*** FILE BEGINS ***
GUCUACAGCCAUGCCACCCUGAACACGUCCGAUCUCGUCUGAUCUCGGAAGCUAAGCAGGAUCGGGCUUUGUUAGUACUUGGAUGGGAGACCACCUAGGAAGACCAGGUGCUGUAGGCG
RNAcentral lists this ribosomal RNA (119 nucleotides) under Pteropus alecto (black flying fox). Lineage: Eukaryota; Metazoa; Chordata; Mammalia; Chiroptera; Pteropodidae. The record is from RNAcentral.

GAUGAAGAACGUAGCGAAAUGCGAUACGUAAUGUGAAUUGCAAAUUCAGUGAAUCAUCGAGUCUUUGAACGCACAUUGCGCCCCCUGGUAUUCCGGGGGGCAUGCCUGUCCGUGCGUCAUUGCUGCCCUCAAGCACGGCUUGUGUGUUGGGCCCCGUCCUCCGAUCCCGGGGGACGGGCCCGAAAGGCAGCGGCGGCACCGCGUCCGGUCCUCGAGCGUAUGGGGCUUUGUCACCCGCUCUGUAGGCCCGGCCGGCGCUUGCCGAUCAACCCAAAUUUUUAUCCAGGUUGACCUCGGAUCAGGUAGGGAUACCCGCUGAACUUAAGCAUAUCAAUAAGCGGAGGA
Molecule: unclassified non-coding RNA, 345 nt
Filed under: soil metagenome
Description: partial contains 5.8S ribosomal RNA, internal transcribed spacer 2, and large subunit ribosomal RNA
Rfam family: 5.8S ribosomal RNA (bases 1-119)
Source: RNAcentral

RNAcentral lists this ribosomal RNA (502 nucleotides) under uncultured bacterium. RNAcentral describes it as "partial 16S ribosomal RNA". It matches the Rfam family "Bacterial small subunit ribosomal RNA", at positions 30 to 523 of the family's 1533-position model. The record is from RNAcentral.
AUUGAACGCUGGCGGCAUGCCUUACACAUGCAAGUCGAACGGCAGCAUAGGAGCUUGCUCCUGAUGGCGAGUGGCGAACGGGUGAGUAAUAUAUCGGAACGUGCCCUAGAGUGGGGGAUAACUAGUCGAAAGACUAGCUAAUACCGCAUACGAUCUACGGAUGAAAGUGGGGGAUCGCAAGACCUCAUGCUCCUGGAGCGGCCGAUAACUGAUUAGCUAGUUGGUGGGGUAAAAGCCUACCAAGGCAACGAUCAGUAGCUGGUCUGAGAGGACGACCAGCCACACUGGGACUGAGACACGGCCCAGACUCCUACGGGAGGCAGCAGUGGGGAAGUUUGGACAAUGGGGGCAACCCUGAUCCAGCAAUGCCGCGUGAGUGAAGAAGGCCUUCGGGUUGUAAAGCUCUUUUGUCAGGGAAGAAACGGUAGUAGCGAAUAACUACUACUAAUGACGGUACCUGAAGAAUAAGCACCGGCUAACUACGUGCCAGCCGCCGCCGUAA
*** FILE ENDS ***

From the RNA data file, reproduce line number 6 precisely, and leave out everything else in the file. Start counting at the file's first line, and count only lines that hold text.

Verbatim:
Description: partial contains 5.8S ribosomal RNA, internal transcribed spacer 2, and large subunit ribosomal RNA